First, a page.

Hundreds attended Friday’s grand opening of a museum dedicated to the history of the Mennonite people and their long struggle to find a homeland where they could practice their religion.
The Mennonite Heritage Museum features a permanent exhibition on the history of the Mennonite period, a temporary exhibition area, and space for the Mennonite Historical Society of BC, which has collected various valuable historical records. The exhibition currently includes a visual tribute to the Mennonite women, with panels telling dozens of stories, including that of the aunt of Paul Redekop – who conceived of, financed and built the museum.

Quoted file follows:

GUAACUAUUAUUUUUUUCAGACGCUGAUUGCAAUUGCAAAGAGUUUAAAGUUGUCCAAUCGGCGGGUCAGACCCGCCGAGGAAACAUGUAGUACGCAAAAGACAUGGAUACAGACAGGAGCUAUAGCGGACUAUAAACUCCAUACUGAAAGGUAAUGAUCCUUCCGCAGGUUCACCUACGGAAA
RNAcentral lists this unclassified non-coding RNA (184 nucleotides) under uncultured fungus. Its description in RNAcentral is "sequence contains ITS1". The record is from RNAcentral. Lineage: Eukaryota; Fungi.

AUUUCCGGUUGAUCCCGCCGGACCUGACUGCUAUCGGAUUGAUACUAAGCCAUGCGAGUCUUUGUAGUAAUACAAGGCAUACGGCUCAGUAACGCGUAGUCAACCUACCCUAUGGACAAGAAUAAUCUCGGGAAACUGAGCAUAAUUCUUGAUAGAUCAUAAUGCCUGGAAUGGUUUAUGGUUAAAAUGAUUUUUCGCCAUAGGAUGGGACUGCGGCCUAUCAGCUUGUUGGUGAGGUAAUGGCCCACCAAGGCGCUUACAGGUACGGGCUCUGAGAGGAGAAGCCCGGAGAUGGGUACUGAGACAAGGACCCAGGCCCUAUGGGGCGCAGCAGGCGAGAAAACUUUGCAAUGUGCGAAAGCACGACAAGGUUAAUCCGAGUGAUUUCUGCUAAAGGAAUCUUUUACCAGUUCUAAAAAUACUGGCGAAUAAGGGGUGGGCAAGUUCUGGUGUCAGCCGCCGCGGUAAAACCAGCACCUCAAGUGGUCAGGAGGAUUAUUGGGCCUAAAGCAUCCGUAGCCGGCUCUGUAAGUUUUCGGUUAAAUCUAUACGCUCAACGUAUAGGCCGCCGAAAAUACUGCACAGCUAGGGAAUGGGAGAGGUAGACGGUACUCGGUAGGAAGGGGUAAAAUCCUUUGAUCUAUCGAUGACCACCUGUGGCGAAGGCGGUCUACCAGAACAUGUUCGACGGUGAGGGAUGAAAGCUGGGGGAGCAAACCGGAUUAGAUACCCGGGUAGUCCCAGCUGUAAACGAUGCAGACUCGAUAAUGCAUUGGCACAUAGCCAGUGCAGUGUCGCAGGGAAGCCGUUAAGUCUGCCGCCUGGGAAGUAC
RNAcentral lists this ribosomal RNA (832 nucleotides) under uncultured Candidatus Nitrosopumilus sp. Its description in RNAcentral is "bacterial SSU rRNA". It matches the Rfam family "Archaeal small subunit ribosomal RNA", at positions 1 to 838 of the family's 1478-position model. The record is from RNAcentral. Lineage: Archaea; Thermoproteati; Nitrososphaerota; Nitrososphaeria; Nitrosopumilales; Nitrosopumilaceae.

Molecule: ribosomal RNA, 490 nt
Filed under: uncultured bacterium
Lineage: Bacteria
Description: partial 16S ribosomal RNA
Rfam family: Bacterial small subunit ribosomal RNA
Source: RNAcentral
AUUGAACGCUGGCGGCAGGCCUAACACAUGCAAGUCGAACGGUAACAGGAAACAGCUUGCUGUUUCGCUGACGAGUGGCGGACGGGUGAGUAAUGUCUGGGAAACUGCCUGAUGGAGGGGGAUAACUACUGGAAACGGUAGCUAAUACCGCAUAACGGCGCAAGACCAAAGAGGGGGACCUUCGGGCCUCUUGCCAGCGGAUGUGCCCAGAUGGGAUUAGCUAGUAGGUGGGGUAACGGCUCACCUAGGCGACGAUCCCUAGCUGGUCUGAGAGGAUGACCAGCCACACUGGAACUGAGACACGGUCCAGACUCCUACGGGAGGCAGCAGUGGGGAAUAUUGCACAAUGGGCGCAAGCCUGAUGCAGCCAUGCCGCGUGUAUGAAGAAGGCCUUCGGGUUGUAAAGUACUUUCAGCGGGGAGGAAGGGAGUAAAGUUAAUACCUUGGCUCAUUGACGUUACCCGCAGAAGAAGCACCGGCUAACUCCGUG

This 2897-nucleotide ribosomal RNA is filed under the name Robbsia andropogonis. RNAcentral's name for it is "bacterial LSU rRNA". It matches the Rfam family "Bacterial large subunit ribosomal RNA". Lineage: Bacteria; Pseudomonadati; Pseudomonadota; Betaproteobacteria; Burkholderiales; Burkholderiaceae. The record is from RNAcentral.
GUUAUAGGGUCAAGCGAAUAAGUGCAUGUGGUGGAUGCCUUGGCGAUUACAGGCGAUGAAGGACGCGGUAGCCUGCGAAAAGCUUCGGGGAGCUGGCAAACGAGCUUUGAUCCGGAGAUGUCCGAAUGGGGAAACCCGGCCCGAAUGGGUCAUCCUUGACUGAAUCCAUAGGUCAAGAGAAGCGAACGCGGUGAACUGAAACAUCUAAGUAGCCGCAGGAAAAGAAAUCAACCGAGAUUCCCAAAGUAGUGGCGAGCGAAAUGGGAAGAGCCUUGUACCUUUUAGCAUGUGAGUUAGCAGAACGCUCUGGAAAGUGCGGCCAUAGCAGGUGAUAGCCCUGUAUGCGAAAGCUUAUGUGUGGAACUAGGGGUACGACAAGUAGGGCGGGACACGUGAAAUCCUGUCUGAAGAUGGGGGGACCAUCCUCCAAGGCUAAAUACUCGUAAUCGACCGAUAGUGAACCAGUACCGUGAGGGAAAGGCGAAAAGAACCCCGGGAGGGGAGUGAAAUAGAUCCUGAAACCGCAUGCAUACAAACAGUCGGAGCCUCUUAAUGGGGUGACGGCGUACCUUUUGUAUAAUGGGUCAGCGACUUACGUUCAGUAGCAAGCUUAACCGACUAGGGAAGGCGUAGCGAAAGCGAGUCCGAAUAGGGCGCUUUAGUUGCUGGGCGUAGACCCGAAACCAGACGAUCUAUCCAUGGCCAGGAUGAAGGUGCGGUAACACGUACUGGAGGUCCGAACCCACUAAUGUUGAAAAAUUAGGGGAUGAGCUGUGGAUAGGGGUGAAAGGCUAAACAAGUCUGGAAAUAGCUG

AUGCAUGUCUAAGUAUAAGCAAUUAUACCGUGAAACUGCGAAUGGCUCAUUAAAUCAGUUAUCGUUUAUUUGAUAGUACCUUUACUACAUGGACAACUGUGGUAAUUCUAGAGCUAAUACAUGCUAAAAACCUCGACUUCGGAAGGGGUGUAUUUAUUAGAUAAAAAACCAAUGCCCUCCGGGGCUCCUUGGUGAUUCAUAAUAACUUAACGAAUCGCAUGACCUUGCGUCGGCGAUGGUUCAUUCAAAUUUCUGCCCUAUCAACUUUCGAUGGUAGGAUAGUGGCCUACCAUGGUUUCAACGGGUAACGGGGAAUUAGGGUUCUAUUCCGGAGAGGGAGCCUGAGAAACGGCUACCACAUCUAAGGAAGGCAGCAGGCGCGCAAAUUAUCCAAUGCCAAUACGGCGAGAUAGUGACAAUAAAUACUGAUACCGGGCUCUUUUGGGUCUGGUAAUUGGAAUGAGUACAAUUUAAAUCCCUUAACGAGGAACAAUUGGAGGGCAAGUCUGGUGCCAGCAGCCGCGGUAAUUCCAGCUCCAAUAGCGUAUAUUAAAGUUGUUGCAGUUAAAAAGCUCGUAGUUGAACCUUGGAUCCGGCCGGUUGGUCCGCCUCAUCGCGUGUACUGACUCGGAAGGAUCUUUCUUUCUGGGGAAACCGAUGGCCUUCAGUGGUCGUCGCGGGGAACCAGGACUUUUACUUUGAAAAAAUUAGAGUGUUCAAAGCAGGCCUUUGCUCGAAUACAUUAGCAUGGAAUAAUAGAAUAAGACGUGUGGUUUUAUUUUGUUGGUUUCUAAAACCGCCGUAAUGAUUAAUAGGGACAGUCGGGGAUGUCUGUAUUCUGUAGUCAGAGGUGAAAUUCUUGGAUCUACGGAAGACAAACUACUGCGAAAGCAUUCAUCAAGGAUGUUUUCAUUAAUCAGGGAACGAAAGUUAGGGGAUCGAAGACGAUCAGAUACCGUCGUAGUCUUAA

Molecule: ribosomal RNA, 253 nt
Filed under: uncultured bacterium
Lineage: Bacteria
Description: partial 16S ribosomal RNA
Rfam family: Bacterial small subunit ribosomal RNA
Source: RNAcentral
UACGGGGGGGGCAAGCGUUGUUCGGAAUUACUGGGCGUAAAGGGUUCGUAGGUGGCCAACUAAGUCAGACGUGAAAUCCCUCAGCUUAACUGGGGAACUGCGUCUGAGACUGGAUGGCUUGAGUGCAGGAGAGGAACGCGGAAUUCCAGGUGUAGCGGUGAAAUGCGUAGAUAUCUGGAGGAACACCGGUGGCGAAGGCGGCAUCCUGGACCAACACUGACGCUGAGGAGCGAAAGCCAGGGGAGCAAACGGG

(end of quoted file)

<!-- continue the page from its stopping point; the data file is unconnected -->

More than 60 years ago, Peter Redekop was just a young boy as his family fled war-ravaged Europe for Canada. On Friday, Redekop, now a prominent local developer, was joined by family members, dignitaries including Premier Christy Clark, and many others during the museum’s opening.
“I’m just elated, I’m excited,” he said following the ribbon-cutting.
Redekop said it is important for Mennonites to see what their ancestors went through to get to the Fraser Valley.
“It’s very important. Our faith story started in 1520 and we were persecuted in Holland, then in Prussia, then we got to Ukraine and Russia. And now we came here to North America and we have religious freedom, and we want to tell our kids what we all endured for our faith, and that’s so important.”
The Mennonite Heritage Museum is located on the east side Clearbrook Road just south of Highway 1 and is open to the public. For more information, visit mennonitemuseum.org.